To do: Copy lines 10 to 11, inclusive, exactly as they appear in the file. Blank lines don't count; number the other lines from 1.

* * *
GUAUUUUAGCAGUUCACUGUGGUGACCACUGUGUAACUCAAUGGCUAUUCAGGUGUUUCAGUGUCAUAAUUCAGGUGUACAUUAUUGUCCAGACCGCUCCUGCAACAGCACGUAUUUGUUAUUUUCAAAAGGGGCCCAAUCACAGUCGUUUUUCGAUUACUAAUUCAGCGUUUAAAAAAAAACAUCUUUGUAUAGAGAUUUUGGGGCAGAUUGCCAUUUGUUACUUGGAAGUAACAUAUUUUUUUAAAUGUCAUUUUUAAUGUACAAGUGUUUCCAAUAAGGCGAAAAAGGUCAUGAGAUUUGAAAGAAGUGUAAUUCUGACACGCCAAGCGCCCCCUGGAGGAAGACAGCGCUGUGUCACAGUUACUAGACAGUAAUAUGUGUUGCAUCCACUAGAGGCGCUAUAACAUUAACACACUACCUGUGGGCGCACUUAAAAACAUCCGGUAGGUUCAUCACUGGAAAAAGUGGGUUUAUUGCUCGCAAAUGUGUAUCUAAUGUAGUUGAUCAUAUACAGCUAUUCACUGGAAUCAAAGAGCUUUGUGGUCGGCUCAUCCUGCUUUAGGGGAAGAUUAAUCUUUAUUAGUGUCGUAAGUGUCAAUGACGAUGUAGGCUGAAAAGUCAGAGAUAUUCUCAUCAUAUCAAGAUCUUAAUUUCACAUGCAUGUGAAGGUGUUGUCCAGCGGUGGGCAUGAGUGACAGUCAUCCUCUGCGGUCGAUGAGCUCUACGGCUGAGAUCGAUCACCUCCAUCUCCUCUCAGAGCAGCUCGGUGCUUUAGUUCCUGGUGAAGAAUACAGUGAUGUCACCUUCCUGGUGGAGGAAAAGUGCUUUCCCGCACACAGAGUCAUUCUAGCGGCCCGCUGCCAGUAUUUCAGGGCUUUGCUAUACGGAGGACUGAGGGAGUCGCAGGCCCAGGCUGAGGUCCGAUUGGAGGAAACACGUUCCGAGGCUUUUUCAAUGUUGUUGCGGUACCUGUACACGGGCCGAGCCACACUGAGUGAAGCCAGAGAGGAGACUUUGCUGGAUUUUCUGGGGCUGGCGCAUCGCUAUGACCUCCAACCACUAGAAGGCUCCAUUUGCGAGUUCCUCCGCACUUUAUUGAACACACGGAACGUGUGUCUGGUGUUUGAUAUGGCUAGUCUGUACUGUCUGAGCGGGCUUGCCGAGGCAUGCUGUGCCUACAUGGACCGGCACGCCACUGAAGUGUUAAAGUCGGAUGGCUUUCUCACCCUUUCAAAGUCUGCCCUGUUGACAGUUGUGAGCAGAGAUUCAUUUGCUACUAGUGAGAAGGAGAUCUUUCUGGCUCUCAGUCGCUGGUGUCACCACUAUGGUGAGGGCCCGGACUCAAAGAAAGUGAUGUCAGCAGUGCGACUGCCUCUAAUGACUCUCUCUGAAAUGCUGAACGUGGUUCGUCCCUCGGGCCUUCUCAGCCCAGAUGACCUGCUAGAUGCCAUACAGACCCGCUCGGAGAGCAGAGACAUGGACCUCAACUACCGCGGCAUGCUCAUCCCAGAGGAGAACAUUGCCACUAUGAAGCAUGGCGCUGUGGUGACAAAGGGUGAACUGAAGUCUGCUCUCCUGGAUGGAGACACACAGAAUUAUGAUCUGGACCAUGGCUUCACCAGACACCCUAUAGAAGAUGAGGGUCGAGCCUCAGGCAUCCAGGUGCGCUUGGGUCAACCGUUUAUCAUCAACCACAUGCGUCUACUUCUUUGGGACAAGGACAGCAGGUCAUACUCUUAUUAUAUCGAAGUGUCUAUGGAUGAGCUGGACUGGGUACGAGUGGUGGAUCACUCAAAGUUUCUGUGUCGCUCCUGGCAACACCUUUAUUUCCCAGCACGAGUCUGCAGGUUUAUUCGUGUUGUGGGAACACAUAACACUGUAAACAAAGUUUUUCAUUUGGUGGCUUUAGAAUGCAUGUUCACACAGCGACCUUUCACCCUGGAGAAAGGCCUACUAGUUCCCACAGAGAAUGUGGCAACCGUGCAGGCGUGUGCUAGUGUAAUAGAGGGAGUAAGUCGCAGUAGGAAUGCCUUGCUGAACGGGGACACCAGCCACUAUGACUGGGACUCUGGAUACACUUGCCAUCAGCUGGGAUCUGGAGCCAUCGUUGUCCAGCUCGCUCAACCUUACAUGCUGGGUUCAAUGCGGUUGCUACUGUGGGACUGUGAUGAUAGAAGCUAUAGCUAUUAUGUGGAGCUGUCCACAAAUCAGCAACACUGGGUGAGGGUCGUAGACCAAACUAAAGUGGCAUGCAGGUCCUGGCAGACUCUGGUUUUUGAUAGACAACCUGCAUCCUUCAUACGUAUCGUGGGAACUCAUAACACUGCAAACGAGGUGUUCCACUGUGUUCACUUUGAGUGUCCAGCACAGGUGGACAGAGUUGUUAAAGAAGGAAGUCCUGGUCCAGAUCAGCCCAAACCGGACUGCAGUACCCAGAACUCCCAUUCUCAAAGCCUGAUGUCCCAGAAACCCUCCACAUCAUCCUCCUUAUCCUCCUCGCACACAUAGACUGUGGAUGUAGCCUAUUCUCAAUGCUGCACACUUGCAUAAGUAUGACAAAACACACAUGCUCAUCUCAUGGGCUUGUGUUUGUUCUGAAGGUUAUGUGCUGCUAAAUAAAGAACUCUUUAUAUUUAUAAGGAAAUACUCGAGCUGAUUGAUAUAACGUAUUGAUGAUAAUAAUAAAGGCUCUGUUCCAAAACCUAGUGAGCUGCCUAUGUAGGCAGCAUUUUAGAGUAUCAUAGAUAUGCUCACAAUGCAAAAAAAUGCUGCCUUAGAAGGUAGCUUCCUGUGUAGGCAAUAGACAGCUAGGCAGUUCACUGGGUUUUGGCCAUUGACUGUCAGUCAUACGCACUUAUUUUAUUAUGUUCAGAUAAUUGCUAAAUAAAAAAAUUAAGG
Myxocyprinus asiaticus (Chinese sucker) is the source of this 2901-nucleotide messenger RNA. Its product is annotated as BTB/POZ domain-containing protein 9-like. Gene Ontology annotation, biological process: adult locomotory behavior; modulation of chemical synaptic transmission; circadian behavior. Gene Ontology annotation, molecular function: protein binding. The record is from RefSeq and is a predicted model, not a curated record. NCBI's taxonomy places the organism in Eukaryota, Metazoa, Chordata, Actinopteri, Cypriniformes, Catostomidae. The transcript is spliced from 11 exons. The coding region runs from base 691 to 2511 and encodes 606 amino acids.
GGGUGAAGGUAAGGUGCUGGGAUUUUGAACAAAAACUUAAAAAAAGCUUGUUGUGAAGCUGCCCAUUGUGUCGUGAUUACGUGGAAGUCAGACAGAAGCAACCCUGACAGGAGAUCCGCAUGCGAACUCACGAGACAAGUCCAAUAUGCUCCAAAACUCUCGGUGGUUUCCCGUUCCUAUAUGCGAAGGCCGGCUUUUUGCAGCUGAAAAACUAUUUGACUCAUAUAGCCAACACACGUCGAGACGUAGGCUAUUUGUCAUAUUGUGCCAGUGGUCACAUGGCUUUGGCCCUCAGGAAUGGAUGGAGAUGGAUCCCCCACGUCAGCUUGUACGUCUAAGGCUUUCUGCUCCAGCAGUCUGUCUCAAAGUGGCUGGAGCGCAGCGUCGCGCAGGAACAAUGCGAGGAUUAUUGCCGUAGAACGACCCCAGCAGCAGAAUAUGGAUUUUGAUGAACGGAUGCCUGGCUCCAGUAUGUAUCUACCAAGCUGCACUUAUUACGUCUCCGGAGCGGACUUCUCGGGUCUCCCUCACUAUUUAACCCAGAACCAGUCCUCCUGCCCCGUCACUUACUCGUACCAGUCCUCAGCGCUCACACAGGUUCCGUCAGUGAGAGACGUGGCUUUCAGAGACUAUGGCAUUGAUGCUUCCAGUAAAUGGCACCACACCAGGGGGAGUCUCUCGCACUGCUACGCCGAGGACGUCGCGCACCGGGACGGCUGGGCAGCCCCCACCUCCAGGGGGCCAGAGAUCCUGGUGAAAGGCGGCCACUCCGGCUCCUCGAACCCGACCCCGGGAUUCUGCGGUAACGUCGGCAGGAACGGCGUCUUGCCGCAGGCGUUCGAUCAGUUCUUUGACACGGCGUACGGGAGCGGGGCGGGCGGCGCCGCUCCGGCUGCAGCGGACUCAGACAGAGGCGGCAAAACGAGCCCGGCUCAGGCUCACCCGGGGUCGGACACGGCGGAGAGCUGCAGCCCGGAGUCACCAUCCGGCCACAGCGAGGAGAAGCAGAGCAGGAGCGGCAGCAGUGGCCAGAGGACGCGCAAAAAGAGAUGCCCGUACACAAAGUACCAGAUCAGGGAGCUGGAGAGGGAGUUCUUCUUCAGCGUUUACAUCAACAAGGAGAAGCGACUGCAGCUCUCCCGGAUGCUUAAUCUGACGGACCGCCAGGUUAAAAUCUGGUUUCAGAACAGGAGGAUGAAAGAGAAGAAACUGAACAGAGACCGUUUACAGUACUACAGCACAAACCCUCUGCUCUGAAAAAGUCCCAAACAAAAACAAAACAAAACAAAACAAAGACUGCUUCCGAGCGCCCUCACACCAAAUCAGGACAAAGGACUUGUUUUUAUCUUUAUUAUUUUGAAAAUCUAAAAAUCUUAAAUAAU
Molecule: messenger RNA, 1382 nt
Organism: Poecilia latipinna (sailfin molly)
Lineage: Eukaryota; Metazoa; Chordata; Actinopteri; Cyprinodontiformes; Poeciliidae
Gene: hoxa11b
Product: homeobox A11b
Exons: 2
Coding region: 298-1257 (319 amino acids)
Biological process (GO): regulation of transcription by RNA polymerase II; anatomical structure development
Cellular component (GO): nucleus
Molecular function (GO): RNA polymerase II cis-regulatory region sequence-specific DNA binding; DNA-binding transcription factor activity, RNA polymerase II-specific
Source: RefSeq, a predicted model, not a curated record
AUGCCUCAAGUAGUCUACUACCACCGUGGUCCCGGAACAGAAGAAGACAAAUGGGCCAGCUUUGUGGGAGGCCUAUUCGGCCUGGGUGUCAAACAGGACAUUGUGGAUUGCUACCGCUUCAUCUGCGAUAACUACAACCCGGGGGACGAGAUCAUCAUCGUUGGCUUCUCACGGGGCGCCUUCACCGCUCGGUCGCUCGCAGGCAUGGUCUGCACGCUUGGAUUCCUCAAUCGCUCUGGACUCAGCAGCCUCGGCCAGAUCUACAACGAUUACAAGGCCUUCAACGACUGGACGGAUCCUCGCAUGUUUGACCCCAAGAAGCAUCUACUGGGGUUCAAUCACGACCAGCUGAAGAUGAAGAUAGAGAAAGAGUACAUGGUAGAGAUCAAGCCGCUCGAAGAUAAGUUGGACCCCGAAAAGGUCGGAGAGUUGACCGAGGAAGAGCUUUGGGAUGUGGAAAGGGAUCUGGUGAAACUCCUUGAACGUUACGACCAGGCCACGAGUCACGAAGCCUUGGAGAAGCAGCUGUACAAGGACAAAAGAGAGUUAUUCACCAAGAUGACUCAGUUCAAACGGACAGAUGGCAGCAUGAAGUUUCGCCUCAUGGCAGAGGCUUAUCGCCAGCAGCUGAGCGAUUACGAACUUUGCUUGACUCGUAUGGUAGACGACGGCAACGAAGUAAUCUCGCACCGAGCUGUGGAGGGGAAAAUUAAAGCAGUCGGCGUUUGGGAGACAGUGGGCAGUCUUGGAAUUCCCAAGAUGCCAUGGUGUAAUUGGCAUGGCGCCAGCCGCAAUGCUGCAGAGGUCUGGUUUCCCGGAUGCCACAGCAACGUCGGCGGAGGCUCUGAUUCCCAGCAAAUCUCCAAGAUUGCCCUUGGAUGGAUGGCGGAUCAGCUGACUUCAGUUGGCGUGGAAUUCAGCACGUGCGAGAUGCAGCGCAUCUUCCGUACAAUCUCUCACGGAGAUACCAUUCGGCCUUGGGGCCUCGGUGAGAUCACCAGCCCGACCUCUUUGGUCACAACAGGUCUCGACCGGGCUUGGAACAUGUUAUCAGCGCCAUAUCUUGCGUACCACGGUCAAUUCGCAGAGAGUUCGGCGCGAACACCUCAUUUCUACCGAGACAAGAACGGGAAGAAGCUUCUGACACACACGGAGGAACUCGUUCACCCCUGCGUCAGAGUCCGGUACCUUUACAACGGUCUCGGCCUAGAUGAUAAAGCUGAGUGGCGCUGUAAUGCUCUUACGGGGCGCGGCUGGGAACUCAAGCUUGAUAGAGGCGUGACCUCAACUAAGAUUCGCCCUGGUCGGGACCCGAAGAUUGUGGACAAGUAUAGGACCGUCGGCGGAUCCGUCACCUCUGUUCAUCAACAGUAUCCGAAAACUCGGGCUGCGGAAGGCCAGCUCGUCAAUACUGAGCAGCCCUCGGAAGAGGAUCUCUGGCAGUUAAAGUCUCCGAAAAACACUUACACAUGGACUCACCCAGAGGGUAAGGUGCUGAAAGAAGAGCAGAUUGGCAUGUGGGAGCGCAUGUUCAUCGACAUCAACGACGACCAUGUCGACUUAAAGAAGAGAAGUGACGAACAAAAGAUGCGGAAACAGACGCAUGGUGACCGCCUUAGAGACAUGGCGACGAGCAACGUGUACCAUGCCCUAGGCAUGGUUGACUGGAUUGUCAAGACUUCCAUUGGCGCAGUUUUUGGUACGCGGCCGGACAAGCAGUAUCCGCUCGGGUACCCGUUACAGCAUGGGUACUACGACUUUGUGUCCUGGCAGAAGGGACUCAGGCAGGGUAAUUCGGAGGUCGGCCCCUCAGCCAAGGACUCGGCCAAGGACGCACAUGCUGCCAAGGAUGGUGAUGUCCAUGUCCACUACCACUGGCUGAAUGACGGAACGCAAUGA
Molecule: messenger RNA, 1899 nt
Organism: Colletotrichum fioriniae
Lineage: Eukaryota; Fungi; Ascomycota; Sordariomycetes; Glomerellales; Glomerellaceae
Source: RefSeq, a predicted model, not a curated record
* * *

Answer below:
Coding region: 298-1257 (319 amino acids)
Biological process (GO): regulation of transcription by RNA polymerase II; anatomical structure development